Learning from Social Marketing: Living and Eating for Health Segments (LEHS) and Social Media Use

Published by communicatinghealth on

Abstract

Presented at the American Society for Nutrition conference in Baltimore, Maryland, June 8-11 2019

 

Authors: Mike Reid, Shinyi Chin, Annika Molenaar, Linda Brennan, Helen Truby & Tracy McCaffrey

Objectives: Behavior change in young adults (YA) is notoriously difficult. Psycho-behavioral segmentation, used by marketing, may be more effective to foster change than grouping by demographic characteristics alone. The aim was to determine whether previously developed Living and Eating for Health Segments (LEHS) were applicable in a nationally representative sample of 18–24 yr olds.

Methods: YA were asked to select one of six LEHS: Lifestyle Mavens (LM), Health Conscious (HC), Aspirational Healthy Eaters (AHE), Balanced All-Rounders (BAR), Contemplating Another Day (CAD), Blissfully Unconcerned (BU) and answer demographic and SM usage questions.

Results: Approximately 64% (n = 2019) of YA completed the survey, mean age of 21 (SD ± 2), mostly healthy weight (54.6%), females (51.8%), with 2.0% identifying as non-binary/gender fluid. All LEHS were selected: LM = 15.4% were primarily males (62%); HC = 21.1% slightly more males 54%; AHE = 27.5%, were predominately females (61%); BAR = 21.4% higher prevalence of females (62%); CAD = 11.2% slightly more females (51.8%); BU = 3.4% slightly more males 56.5% with 4.3% identifying as non-binary. All LEHS agreed the internet was ‘helpful to see other people's health-related experiences’ (61.1% to 91.8%). All segments apart from BU were intending to search online for health/food information over the next month. SM platform usage varied by LEHS: highest users were AHE, with extensive use of Facebook (40.8%), YouTube (45.9%) Instagram (43.2%) Snapchat (34%) and Spotify (35.3%) on Apple devices (48.1%). CAD (48.7%) reported using YouTube extensively and were the highest (17.7%) to report not using Instagram. BAR were most likely to use laptops (44.2%) with extensive use of Facebook (39.2%) but did not use Twitter (56.0%). BU were more likely to report not using Snapchat (29.4%), Spotify (35.3%) and Apple devices (40.6%), but were the most extensive users of Android Smartphones (37.7%).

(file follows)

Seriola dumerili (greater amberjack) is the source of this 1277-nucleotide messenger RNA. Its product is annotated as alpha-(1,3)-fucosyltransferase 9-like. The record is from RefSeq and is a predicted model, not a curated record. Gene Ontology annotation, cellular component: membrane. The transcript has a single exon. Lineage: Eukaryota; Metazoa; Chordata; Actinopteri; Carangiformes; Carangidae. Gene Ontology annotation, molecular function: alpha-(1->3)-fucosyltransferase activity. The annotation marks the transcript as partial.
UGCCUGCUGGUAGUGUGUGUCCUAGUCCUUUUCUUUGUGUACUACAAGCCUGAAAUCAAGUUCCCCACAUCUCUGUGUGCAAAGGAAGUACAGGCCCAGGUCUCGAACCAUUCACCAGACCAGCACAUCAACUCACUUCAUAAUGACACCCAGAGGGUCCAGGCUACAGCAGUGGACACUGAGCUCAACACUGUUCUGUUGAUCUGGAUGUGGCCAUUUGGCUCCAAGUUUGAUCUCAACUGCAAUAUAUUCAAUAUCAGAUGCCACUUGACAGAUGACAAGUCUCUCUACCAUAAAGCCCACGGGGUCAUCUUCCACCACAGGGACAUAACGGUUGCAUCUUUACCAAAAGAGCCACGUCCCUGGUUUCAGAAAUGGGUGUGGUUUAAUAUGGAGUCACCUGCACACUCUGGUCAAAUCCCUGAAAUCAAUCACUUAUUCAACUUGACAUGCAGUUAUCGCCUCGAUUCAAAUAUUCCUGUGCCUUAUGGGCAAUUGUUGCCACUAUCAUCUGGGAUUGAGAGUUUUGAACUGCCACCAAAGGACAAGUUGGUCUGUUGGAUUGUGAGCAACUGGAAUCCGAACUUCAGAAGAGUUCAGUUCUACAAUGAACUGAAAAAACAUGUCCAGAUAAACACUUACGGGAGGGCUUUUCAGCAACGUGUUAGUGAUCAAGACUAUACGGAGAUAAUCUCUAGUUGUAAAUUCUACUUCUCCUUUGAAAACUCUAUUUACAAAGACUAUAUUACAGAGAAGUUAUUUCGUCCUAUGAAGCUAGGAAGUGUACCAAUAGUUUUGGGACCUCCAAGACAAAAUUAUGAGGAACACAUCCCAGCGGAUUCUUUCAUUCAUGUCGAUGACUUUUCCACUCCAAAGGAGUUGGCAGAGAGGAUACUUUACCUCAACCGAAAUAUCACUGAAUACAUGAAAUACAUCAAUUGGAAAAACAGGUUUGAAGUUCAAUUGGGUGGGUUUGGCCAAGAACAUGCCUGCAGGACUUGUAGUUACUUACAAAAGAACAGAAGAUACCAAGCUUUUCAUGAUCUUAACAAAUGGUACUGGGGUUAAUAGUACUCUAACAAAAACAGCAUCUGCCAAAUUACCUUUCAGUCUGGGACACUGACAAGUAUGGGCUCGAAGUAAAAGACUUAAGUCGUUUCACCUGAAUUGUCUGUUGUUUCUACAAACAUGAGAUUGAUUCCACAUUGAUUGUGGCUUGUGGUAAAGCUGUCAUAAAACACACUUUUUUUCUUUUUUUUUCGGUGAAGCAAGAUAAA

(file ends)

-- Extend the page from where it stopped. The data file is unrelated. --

Conclusions: Enabling YA to self-nominate into segments forces researchers to challenge existing stereotypes and assumptions about young adults perceptions and behaviors. Continued analysis will further explore how effective interventions and SM campaigns might be co-designed.


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